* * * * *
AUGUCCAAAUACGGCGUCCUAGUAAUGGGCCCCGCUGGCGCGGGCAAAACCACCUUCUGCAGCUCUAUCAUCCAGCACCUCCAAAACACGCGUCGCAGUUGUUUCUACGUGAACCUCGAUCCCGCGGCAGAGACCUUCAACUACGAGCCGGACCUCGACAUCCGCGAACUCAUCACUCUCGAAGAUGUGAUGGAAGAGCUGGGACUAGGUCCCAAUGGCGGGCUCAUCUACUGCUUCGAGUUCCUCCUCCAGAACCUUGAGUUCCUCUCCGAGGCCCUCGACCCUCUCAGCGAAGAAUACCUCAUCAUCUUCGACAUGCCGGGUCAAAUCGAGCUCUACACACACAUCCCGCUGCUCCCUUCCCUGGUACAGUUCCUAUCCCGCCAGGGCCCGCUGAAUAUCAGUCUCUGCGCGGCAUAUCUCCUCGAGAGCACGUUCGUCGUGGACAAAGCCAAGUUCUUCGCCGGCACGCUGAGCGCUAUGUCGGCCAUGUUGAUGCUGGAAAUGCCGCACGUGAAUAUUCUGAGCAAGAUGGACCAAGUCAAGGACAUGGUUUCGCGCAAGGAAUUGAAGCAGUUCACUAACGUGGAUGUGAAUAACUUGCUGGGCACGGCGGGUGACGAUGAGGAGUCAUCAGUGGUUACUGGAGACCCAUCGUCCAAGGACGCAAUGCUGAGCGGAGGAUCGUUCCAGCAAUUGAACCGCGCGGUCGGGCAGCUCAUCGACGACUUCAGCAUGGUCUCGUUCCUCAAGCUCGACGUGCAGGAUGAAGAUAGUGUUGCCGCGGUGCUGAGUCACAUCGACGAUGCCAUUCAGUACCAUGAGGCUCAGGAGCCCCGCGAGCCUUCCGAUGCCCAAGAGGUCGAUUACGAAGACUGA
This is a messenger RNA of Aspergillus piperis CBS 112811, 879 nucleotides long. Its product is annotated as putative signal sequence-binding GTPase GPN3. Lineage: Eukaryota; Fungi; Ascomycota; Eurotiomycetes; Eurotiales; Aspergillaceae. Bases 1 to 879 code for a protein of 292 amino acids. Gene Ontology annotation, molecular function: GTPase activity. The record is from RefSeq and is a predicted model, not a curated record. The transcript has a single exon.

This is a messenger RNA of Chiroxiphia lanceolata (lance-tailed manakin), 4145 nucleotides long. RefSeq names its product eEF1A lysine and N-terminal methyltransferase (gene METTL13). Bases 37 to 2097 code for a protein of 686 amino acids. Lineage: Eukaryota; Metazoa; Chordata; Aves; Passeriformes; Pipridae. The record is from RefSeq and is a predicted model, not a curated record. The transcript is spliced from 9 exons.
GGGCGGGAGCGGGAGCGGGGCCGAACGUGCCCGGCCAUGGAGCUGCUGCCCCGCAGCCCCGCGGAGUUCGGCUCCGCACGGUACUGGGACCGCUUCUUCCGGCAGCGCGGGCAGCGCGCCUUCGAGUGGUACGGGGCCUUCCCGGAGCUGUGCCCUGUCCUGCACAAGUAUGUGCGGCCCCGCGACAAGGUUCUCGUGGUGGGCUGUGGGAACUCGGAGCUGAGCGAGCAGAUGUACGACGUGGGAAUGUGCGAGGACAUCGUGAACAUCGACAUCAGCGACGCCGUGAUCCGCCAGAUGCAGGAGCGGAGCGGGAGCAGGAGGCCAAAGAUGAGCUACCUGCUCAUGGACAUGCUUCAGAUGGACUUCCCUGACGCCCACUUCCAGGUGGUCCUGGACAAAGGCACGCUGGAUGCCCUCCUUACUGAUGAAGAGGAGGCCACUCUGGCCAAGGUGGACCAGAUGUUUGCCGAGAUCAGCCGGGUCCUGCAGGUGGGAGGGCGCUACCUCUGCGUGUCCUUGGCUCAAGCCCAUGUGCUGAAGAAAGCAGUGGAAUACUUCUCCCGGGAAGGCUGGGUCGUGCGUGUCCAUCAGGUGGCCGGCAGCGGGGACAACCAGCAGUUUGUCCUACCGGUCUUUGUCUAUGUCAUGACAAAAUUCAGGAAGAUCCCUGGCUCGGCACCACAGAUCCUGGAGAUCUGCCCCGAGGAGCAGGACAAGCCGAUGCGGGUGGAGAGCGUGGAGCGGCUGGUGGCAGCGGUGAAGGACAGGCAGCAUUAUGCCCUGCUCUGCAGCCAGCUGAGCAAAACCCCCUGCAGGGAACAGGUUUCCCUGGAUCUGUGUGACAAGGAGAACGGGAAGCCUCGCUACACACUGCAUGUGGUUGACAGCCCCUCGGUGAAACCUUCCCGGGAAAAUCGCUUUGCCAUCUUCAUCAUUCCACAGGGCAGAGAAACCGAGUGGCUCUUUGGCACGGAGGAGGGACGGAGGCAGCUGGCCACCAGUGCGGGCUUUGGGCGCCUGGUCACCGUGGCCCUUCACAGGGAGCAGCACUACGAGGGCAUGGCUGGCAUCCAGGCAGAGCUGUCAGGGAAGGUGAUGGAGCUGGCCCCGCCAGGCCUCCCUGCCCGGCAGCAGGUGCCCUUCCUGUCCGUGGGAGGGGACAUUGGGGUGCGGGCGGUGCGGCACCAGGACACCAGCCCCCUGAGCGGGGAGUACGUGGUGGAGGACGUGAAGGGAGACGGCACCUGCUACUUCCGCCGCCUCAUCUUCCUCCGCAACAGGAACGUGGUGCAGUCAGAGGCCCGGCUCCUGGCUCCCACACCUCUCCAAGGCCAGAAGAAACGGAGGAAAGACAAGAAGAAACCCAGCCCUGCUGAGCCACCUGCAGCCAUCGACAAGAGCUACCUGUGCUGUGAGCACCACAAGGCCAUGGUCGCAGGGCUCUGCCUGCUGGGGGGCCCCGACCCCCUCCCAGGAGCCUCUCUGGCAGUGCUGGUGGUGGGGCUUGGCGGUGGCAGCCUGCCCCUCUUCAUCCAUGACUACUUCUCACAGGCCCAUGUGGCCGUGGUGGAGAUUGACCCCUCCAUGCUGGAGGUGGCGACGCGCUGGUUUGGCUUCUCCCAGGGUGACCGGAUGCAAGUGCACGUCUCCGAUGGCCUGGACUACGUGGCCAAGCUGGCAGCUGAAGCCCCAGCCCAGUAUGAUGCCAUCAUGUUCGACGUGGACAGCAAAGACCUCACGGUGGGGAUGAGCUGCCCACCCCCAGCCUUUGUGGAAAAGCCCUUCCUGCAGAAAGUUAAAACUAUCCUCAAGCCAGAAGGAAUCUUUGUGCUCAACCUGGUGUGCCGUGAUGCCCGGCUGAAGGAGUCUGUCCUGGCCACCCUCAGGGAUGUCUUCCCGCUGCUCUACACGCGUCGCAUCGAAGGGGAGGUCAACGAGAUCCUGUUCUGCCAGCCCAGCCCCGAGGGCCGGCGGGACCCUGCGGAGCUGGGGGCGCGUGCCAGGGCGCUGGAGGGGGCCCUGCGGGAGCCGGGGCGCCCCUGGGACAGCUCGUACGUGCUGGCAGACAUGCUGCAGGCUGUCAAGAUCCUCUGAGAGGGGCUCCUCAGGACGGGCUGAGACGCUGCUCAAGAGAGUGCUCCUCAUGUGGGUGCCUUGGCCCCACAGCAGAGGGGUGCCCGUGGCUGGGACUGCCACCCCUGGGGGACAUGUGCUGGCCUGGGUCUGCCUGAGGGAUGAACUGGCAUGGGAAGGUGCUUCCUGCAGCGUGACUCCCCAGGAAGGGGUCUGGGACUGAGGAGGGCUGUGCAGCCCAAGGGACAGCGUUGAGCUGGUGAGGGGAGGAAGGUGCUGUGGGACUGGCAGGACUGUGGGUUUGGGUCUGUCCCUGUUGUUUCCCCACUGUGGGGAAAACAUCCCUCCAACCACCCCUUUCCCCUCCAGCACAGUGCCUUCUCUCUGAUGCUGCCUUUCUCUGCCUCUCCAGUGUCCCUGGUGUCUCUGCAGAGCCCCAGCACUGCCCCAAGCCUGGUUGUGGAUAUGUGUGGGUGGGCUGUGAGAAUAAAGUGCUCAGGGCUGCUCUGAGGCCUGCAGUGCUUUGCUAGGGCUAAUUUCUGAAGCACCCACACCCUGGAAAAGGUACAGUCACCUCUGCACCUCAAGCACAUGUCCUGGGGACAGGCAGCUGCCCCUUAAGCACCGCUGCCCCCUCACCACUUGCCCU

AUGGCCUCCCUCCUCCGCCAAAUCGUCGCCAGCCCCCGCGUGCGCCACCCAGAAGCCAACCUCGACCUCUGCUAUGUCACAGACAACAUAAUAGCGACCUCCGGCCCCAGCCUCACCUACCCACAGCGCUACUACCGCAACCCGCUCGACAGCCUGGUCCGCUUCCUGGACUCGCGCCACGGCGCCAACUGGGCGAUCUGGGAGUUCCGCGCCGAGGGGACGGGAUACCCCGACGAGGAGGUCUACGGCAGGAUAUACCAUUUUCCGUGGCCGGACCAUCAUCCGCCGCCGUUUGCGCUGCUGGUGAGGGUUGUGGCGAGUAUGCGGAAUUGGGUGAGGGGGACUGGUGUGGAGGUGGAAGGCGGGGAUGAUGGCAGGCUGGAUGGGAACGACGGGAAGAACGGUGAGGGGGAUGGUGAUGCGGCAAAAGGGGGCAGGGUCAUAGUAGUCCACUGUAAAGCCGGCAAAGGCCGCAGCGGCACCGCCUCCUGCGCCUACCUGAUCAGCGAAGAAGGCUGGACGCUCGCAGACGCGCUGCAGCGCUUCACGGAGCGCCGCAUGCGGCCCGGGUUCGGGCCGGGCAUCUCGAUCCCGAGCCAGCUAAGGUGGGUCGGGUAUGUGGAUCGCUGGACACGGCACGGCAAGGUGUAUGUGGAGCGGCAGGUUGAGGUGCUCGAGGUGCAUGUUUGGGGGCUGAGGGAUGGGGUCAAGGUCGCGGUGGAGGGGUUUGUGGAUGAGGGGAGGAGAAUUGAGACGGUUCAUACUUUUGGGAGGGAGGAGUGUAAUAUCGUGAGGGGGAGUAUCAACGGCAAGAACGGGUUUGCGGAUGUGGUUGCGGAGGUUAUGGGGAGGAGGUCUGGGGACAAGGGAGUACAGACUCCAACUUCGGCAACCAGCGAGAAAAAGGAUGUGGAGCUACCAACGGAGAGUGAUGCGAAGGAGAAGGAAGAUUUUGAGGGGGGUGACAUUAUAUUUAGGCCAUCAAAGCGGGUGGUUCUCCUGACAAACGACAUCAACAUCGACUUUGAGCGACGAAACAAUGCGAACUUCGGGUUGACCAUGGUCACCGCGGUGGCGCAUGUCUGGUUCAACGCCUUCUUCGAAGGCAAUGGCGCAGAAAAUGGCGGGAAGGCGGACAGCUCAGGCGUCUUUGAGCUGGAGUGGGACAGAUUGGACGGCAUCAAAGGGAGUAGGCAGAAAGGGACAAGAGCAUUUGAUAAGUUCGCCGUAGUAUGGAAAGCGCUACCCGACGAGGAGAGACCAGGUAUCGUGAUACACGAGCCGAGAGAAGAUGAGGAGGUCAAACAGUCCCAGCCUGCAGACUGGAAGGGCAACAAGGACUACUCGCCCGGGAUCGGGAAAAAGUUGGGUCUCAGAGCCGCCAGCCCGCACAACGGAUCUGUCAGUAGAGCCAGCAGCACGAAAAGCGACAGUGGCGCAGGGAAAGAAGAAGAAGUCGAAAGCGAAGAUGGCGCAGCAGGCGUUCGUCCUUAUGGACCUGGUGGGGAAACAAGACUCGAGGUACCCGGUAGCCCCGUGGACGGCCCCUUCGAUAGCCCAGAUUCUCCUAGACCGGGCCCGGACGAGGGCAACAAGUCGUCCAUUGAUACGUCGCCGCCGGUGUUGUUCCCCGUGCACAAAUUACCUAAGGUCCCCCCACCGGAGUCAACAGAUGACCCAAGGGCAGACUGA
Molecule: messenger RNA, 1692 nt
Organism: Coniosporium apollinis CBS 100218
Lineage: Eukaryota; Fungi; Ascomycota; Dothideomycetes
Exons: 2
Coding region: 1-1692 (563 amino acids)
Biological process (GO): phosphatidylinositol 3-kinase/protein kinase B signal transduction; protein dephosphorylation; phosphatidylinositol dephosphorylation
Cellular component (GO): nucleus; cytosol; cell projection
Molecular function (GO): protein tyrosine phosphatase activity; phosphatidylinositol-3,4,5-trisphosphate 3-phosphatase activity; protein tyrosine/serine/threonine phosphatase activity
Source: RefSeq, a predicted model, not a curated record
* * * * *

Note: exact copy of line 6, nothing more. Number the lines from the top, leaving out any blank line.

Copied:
Molecule: messenger RNA, 1692 nt